Telstra has received a "substantial" amount of interest from Government departments for its new managed security service, announced on Wednesday.
Designed to help protect corporate customers from the increasing threat of security attacks on IT systems and networks, Telstra has been testing the offering in-house for six months.
Mike Foster, Telstra's retail chief of business sales, said the managed service provides protection against hacking, malicious codes, denial-of-service attacks and Web site interference.
Telstra partnered with global information protection provider Internet Security Systems (ISS) to develop the service to combat the threat of an attack and support the needs of Telstra customers.
The service includes managed firewall infrastructure, network and host-intrusion protection in addition to existing antivirus notification and management services.
Foster said a number of large organisations have already signed up, but he was unable to disclose the names of the companies, the industries they are from or how many there were.
"We can't talk about the customers as it could make them a target, but we can say we already have some of the biggest and most recognisable companies in Australia," Foster said.
He said there has been a lot of interest from government departments, corporates and SMEs. "An attack on IT systems and networks could translate into losses in revenue, proprietary data, partnerships, customer confidence and shareholder value."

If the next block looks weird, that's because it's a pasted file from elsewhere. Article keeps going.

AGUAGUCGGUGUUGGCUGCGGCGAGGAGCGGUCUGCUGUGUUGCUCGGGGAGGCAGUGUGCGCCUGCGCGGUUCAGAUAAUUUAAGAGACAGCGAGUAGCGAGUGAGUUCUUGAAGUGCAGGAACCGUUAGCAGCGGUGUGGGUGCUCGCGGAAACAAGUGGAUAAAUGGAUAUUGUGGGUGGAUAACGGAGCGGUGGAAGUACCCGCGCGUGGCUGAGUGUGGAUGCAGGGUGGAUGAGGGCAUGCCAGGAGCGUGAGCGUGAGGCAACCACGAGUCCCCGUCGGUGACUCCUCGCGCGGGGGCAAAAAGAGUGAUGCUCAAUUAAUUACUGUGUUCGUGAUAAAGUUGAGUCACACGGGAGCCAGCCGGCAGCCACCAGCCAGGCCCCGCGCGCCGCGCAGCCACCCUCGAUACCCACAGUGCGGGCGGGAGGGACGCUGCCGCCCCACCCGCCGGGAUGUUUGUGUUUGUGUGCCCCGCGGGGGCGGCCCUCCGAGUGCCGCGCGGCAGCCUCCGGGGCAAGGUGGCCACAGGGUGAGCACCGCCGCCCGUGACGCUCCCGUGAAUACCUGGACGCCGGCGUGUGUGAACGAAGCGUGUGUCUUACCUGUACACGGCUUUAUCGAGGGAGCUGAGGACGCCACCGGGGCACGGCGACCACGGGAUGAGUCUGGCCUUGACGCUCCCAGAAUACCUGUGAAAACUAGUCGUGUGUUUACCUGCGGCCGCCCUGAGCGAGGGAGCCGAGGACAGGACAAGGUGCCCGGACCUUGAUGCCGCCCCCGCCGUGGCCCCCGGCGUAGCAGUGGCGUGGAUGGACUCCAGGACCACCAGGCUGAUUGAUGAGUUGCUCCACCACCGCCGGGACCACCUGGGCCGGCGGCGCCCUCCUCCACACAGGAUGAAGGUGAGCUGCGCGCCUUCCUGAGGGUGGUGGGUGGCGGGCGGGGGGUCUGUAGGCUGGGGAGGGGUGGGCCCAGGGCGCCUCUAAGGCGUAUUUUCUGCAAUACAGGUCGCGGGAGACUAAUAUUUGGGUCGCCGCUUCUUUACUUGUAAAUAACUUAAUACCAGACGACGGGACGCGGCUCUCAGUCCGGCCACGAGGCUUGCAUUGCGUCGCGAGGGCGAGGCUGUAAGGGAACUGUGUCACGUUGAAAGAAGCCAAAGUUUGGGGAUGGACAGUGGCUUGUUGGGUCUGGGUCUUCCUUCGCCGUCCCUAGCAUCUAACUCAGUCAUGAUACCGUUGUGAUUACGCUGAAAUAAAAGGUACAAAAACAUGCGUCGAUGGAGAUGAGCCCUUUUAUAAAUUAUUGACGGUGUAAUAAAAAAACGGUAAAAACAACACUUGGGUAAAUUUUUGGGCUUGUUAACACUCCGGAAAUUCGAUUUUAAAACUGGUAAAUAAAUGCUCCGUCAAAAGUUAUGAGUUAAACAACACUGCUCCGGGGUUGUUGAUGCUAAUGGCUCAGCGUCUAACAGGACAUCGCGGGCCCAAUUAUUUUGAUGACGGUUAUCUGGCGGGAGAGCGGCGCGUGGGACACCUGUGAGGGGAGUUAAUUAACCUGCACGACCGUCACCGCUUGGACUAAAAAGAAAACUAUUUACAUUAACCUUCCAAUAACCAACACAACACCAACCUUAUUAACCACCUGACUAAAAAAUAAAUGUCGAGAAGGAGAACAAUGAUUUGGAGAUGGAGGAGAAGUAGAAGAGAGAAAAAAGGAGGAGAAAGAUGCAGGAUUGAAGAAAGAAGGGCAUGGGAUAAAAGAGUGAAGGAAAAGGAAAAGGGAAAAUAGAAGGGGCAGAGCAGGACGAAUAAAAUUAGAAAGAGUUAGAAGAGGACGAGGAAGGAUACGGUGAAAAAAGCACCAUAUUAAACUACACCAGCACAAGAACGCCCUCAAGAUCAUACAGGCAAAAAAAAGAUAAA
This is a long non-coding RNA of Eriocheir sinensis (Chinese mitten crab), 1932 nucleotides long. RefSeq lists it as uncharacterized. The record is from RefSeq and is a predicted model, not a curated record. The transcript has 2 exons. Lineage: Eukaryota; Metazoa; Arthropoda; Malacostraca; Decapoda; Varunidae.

Foster said the issue of IT security is not solely the responsibility of technical staff. "The CEO has to look at the organisation and see if it is being adequately protected. If not, then [CEOs] should see us."
Kim Duffy, ISS's managing director for Australasia, said Australian companies were realising that effective enterprise security required dedicated security resources providing round-the-clock protection.
Duffy said there is still a grave misconception within networked Australia that the risk of online attack was minimal. An example is the Department of Defence, which was hacked within 27 minutes after it created a Web site.
Foster said the volume of computer crime and security incidents in Australia is rapidly growing, consistent with global trends.
Citing the 2002 Australian Computer Crime and Security Survey by NSW Police, AusCert and Deloitte Touche Tohmatsu, Foster said for the first time in Australia, the threat of an external attack on computer systems has now surpassed the threat of internal attacks.
Nearly 90 per cent of Australian organisations suffering a computer security incident were attacked externally, while less than 65 per cent were the subject of internal attacks.
According to Telstra, the new services will expand and complement its existing capabilities in transaction security, built around the iTrust Solutions centre, which includes a Gatekeeper-accredited digital certificate capability.